Two of the most gloriously technicolor years of my life were spent behind this sign, which read, in its glory days, Middle East.
It was a restaurant, a bar, a gathering place, a dysfunctional man supermarket, and for a while, the place where I felt most at home and alive.
Strangely enough, it had also been a part of my life when I was a kid. The Middle East was my mom's favorite place to go out for dinner. She judged her dates by how they responded to the belly dancers, working for tips, and when she had enough drinks, she got up and joined them. She said she knew she'd had one too many when the Arabic waiters started to turn blond.
I drank there, a lot, but that never happened to me.
Years later, in my late twenties, a friend started taking belly dance lessons. The guy she was dating thought it was cool until she got good at it and wanted to try performing. Then he wanted her to quit, so she quit him. We started hanging out at the Middle East so she could convince them to let her dance there.
It became the slightly out of the way place we would go for a drink after work, and usually end up staying until bedtime. It became the place where I got so comfortable that when the bar phone rang, I answered it if no one was available. It became the place where if I saw a table that needed clearing, I would grab a bus tub and do it. Finally, it became the place where the owner looked at me one night and said, "Why am I still surprised to find you in my kitchen?"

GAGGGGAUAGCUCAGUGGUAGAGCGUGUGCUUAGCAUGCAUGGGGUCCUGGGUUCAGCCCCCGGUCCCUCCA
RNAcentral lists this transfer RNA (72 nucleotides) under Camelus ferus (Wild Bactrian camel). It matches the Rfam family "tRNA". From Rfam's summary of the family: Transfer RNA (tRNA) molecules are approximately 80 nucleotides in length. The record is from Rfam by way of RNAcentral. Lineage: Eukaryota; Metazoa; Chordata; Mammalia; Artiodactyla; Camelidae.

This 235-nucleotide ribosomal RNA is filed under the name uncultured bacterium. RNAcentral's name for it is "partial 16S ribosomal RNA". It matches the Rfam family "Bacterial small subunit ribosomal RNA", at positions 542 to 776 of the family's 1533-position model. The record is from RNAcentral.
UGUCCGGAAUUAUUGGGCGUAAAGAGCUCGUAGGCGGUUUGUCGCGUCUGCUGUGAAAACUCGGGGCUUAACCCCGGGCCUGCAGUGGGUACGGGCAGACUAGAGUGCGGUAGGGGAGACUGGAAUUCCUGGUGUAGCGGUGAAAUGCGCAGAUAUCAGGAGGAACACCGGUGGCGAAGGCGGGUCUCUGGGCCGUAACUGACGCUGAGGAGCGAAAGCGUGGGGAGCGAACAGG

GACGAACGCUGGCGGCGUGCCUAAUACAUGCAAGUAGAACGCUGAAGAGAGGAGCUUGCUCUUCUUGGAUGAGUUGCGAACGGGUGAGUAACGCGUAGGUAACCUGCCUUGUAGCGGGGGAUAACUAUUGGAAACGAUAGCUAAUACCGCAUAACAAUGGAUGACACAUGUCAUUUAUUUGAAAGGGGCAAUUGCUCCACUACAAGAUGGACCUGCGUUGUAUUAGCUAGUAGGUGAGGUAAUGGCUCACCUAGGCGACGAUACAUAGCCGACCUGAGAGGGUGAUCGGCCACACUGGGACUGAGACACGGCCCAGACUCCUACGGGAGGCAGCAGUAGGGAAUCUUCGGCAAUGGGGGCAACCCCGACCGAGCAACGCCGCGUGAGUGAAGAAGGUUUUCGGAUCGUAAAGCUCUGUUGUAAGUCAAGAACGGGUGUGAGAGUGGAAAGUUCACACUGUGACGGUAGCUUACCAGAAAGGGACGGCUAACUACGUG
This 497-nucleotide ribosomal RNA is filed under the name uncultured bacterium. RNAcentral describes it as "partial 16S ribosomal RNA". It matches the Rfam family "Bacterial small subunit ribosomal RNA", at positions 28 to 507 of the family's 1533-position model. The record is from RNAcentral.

After that, I went on the payroll. I worked the door for their upstairs music nights, I hostessed at the comedy club and at the restaurant, and eventually, when my law firm job got to be too much, I started working days in the basement office, helping to organize a business that looked like it ran well but was total chaos behind the scenes.
I slept a little, drank a lot, ate mostly Middle Eastern food, and was absorbed into a family both real and found. While I mostly worked the upstairs concert venues, it was the Middle Eastern music that had gotten its hooks into me young, and while I never wanted to dance, I can, if pushed, make a mean belly dance costume.
Also, I still love Middle Eastern food. I've been making mejedra all through the pandemic. It's a one-pot meal that I can make on a Monday and that will last us for lunch all through the week.